Founders often tell me they don't have the time or money to properly invest in social media. Their startups are bootstrapped, every dollar and minute counts and they don't see the ROI of social media because people aren't engaging with their posts. For the sake of this article, I'm actually going to accept that answer (though I believe in many ways it's fundamentally missing the point). The truth is, social media can be used as an immediate sales tool, it's just not what it's best for. So for those of you that agree with the statement above, or even those that have a more complete approach to social media, but want to sell in the short term as well... here's the best advice I've got:
Sell With Your Ears
The search function on platforms like Twitter, Google Plus, and Pinterest allow you to listen to potential customers in ways that simply weren't possible in the past. Listening doesn't just mean responding to the people talking to you directly. That's a given, but you should be listening beyond that, monitoring the social graph for mentions of your brand and mentions of relevant keywords. The below are examples of low-hanging-fruit that are completely unresponded to. All it took to find these was typing "I need to buy" into the Twitter search bar and clicking "all". "I need to by" is obviously an extremely broad example, but I chose it to show the volume of intent to purchase that exists on the platform.
All of these were tweeted within two minutes of my search and 270 more were tweeted in the past hour. Leads can be expensive for businesses, and far too many are missing extremely warm leads that are right under their noses... and the noses of all their competitors (All the more reason to leverage listening on these social platforms).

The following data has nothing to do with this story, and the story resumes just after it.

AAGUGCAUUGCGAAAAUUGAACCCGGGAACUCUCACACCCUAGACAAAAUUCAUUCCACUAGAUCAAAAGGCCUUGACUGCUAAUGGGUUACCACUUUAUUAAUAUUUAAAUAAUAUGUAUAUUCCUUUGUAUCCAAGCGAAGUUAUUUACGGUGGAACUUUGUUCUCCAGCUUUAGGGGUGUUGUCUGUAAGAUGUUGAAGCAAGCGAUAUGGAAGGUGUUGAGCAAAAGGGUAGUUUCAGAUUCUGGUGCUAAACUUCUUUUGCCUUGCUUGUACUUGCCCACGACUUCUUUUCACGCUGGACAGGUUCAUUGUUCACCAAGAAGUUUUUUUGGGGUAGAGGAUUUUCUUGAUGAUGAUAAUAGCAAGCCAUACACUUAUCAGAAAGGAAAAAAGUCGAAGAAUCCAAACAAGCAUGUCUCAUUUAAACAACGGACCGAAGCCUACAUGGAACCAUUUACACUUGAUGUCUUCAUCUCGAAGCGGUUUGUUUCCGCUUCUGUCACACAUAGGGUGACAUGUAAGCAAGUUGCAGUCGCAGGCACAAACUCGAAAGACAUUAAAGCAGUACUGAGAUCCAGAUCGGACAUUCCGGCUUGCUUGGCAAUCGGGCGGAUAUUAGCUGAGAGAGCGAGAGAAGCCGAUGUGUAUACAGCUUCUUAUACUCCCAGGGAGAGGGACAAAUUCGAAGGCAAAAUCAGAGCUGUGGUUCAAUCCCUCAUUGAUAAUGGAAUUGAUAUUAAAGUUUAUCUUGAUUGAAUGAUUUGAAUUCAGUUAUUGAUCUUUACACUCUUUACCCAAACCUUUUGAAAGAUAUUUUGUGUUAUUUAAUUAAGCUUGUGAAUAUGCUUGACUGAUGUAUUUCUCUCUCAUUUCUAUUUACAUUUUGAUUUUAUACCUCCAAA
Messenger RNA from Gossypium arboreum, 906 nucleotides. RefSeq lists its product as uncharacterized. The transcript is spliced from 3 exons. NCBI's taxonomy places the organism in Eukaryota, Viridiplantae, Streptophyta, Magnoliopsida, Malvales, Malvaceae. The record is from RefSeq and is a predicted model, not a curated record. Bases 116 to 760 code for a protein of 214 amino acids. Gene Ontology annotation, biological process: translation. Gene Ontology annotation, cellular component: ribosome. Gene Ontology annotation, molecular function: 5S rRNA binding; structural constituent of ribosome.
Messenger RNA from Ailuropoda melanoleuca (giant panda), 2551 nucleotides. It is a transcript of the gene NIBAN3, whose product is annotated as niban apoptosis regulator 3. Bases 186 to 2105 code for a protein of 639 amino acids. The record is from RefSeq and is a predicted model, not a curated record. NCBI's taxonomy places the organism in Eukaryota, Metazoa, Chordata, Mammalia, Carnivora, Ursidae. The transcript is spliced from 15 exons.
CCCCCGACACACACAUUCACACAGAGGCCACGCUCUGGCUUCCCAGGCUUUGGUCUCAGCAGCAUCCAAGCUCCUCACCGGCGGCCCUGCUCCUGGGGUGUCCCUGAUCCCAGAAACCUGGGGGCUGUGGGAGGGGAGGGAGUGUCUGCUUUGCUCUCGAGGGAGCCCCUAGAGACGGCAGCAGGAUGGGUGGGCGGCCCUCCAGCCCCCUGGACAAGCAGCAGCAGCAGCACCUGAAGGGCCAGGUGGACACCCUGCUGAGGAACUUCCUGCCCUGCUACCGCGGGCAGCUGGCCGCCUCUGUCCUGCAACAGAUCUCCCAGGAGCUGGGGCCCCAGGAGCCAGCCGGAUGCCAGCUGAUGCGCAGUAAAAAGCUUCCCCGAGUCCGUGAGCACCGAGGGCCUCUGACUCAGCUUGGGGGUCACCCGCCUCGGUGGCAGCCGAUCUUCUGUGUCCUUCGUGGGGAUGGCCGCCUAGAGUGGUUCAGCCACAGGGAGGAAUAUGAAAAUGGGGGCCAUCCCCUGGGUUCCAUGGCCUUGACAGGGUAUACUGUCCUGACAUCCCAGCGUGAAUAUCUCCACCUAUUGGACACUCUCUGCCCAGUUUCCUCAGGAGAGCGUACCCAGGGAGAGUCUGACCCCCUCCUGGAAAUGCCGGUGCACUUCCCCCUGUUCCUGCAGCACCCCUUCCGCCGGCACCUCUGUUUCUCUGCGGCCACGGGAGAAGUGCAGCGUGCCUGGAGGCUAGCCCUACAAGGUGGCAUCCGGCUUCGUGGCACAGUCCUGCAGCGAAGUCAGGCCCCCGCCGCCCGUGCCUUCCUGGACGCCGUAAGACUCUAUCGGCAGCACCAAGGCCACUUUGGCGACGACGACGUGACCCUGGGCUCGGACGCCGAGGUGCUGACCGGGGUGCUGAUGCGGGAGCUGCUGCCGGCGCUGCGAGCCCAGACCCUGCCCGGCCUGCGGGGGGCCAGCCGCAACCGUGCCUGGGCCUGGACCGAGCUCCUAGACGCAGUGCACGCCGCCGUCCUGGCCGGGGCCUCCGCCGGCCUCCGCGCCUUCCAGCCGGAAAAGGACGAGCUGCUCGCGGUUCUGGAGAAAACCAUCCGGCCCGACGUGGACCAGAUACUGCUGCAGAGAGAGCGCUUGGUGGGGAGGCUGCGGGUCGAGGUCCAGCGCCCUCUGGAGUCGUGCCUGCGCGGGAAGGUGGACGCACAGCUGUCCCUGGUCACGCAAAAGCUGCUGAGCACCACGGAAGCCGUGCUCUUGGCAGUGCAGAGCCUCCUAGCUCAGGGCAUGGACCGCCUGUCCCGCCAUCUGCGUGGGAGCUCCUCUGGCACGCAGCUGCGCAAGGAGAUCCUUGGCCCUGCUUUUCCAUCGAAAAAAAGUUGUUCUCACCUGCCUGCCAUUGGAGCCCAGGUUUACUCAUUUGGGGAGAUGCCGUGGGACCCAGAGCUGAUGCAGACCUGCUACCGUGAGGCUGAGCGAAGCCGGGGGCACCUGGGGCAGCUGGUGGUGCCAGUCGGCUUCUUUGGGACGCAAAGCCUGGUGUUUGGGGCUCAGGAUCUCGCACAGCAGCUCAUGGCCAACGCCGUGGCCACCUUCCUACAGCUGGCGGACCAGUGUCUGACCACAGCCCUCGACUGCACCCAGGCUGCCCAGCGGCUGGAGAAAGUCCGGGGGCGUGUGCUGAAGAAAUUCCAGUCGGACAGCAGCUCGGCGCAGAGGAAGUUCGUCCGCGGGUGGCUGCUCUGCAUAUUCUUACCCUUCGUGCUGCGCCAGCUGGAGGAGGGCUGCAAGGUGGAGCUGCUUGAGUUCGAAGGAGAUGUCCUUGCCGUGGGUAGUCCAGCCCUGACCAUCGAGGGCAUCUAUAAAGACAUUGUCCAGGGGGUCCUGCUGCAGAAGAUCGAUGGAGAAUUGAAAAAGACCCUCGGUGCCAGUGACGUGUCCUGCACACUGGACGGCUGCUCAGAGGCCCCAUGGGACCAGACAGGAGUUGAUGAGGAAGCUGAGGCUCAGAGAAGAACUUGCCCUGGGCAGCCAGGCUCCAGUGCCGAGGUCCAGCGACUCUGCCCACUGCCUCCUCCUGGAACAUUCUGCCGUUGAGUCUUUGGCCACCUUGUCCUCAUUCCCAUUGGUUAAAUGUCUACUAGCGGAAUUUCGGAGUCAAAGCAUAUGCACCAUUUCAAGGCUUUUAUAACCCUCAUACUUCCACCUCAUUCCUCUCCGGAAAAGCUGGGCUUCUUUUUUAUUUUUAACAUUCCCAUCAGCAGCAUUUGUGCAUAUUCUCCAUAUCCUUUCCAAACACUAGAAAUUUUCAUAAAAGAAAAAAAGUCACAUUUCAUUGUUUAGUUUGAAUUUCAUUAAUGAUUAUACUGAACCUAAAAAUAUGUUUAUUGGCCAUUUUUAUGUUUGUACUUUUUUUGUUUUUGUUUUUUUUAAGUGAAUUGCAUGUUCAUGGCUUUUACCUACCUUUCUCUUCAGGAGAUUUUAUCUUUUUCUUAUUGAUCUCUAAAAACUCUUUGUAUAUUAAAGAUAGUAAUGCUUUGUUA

Using the search function on platforms like Twitter, G+ and Pinterest allows you reach customers that are of the utmost relevance to your brand in the ultimate context. People are literally announcing to the world that they need your product and no one is answering them. Social listening should be thought of as an extension of customer service. Even if these customers aren't talking directly to you, they are talking, and talking in a place where it's culturally acceptable for you to join the conversation.
Some Example Responses:
Let's say your company sells shoes online. The below screenshot shows a Twitter search for "I need to buy boots"
Let's take the simplest of these tweets and explore what a response could look like:
Someone as well known as Zappos could @reply with: "Oh... hey there ;)" and the consumer may very well get a kick out of it and go to through Zappos' Twitter profile to Zappos.com to search for boots. If the consumer doesn't respond Zappos could follow up with an @reply like "What do you think of these? [link]".
Some would say you should put a link in the first tweet. I'm not completely opposed to that, but prefer a more personal approach and a follow up if you're not converting. I think the personal approach makes it more likely that this consumer won't feel she's being spammed, and more likely she'll follow you after clicking.
A smaller, less well known company could @reply with "Some would argue you can never have enough boots :) [link to boots section of your website]".
@Reply: "Don't see the problem here... lose the bed and sleep in a sea of boots!"
The truth is, social media is so much more than this. It's a better customer retention and awareness tool than it is a short-term sales tool, but that doesn't mean you should ignore the low hanging fruit. Tweets, posts, pins, etc. are data. Listen to this data and insert your brand into the conversation accordingly. Be relevant, be personable, and don't just spam everyone with the same message. At its core, social media is about the long run, building relationships, and lifetime value, but keep an eye out for the easy sale along the way.